In the Odyssey, Odysseus travels, as Homer would put it, wine-dark seas to the end of the known world. He travels to Hades and back (remember, it’s a Greek myth). He meets prophets and villains. He becomes a great hero, but finally, all he wants is to find his way back home. For decades his identity has been that of a wandering sailor and, even after he finally returns home, his old life creates obligations. Earlier in his travels, he’d met a soul in the underworld who begged, “Heap me a barrow on the gray sea’s shore…and fix in the mound the oar I rowed with my shipmates while I was alive.” This task Odysseus does for his friend, thus offering him a proper burial.
That’s not all, he has another errand with an oar. A prophet has told him to travel to a land far from the sea and plunge the oar into the ground like a winnowing fan. This is how Odysseus symbolically leaves his old life behind, dies to his past, and returns home to live out his remaining days. Eventually, he’s told, “death will come to you off the sea, a death so gentle, and carry you off.” Before Odysseus can make peace with living, he must first grieve the death of a friend and acknowledge his own impending death. He must accept that his true home is in the afterlife before he can cease wandering.
Death is a reality we prefer to ignore, but if we refuse to contemplate our end, we will find that we’re never set free to live. The Church understands this, which is why every November beginning with All Saints and All Souls, we remember death. It’s not easy, but it is necessary.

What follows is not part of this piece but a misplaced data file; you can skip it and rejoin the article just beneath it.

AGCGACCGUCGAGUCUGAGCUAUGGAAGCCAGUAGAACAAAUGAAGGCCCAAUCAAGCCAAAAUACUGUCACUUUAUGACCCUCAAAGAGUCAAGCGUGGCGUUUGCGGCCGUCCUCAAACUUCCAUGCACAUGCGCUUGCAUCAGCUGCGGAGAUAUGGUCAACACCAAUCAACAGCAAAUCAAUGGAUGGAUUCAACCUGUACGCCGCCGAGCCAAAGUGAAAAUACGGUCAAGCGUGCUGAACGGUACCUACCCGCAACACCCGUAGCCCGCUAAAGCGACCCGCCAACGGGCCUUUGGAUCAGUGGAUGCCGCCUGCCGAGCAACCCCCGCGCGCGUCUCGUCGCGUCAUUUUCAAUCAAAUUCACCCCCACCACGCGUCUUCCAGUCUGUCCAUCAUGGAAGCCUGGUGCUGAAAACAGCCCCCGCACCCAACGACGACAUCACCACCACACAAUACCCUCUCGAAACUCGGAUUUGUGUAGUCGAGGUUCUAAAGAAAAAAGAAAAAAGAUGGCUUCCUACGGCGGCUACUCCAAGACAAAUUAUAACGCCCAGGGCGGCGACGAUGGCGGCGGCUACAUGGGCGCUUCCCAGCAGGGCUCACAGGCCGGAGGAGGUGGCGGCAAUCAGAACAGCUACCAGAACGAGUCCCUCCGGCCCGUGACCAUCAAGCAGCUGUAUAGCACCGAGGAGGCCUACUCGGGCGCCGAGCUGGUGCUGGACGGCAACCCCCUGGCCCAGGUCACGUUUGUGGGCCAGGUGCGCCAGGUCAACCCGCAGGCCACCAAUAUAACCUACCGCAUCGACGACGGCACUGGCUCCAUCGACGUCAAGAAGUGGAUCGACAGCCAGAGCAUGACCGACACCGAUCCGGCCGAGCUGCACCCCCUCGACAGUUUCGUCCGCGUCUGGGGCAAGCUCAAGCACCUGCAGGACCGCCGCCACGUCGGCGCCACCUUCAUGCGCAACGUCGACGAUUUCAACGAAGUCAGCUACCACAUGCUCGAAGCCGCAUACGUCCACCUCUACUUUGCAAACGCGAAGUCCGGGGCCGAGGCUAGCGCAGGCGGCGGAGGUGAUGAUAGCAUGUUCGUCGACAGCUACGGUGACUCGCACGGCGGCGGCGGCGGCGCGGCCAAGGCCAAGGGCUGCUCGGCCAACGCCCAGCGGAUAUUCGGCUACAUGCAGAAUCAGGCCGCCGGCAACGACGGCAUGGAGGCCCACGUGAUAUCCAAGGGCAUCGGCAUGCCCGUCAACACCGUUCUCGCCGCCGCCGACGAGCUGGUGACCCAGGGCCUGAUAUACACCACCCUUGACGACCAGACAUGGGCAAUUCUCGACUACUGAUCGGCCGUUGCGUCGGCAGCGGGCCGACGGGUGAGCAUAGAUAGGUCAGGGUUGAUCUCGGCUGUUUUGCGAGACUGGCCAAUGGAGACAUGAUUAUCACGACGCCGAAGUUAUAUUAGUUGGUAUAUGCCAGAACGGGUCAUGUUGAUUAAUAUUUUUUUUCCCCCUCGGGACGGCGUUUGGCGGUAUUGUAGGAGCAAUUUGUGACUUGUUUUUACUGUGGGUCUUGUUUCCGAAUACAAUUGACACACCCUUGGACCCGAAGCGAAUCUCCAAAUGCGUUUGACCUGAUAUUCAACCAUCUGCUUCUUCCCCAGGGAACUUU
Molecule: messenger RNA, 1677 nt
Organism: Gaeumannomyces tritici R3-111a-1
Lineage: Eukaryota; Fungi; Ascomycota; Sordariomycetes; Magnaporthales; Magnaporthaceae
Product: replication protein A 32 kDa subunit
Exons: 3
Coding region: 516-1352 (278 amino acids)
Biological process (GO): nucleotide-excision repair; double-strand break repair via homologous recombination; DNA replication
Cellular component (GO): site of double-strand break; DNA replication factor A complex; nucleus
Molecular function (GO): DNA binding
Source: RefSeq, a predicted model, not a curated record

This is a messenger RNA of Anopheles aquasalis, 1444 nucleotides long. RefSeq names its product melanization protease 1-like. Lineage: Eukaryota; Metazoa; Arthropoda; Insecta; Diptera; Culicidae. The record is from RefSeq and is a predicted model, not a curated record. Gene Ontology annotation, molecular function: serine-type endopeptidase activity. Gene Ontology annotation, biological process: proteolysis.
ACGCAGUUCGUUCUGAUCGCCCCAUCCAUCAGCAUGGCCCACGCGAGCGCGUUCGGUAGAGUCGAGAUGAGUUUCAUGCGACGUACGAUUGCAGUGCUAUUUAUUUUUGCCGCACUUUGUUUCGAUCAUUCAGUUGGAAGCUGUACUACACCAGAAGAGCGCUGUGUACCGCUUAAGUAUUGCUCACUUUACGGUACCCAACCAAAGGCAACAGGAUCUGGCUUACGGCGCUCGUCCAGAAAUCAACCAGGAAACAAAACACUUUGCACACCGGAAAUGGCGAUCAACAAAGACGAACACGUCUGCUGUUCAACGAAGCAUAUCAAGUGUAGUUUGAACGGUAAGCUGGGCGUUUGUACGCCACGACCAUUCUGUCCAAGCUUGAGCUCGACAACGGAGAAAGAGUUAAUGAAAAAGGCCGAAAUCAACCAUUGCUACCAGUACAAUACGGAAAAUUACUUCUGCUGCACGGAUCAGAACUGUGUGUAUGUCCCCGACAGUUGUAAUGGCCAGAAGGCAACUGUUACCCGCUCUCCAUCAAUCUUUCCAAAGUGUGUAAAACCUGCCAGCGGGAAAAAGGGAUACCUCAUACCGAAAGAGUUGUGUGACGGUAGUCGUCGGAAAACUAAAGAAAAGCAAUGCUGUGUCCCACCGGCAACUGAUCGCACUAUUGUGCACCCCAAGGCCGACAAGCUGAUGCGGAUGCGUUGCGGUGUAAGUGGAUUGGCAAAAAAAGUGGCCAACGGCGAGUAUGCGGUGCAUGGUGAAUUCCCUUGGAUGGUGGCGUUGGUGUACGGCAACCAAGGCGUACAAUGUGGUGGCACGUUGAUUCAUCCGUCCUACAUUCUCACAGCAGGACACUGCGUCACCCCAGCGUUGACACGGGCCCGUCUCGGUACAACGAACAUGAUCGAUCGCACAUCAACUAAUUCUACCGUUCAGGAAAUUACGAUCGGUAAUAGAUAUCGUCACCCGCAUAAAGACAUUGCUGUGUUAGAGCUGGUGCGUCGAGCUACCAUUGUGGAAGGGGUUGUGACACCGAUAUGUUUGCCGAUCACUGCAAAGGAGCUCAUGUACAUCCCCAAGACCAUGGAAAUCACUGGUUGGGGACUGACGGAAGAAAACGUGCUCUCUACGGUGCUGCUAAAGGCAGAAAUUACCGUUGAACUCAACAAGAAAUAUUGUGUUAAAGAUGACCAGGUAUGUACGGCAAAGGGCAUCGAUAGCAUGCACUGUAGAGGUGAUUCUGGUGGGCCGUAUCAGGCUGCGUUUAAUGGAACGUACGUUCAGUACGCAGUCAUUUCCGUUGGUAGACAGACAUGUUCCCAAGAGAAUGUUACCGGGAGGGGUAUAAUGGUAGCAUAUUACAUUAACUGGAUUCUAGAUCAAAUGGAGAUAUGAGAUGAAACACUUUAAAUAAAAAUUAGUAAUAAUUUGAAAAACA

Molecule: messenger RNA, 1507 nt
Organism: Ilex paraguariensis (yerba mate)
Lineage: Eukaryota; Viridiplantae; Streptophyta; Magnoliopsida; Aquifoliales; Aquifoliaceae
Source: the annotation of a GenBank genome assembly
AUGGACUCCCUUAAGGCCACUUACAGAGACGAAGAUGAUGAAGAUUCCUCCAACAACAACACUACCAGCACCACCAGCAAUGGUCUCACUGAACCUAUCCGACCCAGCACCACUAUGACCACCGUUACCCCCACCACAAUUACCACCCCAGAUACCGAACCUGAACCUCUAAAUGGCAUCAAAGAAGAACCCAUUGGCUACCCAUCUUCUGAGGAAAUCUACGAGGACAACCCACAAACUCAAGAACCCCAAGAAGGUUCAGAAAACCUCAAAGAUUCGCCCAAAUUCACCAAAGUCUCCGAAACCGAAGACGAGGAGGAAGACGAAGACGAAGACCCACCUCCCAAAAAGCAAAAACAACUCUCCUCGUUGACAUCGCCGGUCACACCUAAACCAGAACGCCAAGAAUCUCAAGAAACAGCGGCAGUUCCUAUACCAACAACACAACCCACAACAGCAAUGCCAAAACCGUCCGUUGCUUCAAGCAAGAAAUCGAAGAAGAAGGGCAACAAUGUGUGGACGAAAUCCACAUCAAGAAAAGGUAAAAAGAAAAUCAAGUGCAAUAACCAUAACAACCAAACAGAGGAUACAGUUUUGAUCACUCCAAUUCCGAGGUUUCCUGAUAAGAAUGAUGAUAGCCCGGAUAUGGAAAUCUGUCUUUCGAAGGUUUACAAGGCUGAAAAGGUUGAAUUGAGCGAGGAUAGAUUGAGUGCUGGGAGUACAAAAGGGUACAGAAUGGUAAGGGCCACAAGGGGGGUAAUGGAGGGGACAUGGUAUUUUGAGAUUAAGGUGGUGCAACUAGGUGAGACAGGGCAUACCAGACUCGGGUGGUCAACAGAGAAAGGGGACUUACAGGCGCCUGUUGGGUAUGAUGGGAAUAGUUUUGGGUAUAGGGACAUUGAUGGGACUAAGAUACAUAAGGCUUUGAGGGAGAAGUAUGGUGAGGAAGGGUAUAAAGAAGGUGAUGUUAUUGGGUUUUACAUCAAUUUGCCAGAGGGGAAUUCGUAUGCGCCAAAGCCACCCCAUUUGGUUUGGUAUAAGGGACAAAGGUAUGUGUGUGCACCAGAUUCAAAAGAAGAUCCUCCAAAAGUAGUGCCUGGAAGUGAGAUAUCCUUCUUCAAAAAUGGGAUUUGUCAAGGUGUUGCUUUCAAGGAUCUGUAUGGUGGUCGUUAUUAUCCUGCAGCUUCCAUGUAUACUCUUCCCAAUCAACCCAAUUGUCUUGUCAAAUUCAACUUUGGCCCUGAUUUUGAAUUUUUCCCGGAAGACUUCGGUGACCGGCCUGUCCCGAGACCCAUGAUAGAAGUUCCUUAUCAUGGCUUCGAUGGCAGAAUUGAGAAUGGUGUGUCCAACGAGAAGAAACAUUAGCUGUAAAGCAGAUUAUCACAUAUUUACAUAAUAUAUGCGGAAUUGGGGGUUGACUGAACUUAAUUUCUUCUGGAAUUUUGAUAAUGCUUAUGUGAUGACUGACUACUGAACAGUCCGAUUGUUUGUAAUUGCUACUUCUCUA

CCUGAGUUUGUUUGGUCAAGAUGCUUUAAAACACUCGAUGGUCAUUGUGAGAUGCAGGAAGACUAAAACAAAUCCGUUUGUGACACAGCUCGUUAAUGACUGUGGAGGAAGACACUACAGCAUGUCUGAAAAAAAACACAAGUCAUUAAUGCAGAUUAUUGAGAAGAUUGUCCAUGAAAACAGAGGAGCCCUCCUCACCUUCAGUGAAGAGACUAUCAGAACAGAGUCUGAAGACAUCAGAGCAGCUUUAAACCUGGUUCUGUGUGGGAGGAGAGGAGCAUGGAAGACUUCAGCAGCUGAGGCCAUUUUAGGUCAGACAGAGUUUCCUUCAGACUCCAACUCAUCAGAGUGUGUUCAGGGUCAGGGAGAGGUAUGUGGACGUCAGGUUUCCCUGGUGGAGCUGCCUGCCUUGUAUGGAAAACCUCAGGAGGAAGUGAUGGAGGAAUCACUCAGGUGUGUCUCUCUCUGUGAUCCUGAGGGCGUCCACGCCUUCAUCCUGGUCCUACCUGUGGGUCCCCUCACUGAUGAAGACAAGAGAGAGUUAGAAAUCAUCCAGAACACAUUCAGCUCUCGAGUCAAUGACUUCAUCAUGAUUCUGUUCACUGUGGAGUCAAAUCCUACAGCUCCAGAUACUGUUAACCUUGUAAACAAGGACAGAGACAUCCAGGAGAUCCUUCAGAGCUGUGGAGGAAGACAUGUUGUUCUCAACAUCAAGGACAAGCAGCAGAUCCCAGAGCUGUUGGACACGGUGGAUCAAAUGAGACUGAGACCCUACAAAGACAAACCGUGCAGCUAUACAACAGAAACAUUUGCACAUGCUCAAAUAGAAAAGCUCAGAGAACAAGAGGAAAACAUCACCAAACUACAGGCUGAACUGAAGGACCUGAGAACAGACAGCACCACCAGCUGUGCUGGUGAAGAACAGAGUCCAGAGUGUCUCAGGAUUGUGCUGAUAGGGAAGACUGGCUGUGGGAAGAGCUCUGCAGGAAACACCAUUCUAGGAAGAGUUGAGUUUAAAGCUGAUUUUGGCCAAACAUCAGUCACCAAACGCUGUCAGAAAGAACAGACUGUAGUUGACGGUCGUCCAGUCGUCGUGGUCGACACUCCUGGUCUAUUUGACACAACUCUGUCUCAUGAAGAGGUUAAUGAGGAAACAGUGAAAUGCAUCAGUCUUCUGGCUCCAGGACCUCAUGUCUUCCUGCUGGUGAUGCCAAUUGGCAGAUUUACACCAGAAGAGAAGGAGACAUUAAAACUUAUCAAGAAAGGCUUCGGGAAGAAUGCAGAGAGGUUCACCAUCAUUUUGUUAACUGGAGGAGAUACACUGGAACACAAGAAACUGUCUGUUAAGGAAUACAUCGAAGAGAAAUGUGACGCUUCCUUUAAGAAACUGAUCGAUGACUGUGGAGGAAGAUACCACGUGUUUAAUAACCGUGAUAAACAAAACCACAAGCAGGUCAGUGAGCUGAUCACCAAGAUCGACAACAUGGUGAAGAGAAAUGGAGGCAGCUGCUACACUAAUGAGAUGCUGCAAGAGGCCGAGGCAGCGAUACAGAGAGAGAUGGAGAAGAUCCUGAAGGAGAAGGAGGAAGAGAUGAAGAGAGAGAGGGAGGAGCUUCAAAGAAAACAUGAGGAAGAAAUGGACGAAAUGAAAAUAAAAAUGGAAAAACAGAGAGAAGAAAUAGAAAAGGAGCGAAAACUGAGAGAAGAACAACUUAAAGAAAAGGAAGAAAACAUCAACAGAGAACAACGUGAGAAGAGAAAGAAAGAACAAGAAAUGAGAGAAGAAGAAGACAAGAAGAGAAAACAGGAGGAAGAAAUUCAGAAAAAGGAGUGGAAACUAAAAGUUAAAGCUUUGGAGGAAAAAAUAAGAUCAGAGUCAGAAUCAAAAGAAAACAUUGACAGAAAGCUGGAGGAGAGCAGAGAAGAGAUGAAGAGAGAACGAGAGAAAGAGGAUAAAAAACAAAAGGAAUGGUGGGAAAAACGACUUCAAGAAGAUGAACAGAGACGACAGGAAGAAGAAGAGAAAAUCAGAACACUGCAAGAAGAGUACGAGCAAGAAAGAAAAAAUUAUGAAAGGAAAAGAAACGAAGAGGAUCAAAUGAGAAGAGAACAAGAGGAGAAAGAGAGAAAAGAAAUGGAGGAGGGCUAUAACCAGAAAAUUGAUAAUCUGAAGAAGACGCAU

As a priest, I encounter death on a regular basis. I have often held the hand of a dying parishioner. It never ceases to break my heart. I admit that I struggle with it, often carrying the sadness with me. I try to deal with it by going on long, physically grueling runs. It’s a form of voluntary suffering, an attempt to alchemize the heavy weight of death into a lighter element that will lift from my shoulders. More importantly, I say prayers for the deceased. I truly believe they’re important, that God takes notice of the dying and the prayers we offer on their behalf. I ask for angels, who are with us always, to surround them and lift their Christian soul into the afterlife. I offer viaticum, hear a last confession, and give the sacrament of anointing along with the apostolic pardon. All of this is supremely important, a way of plunging our oar into the ground, and yet death still leaves a mark.
Here’s a startling truth, though. We need our dead. We need their wisdom and prayers. The Body of Christ isn’t complete without them. Don’t forget about them. They pray for us and we pray for them, this is how we as a family support each other until we finally make it home to heaven.
Father Rennier is parochial administrator of Epiphany of Our Lord Parish in St. Louis. A former Anglican priest, he was ordained in 2016 under a pastoral provision for the reception of Anglicans and Episcopalians into full communion with the Catholic Church. He and his wife, Amber, have six children.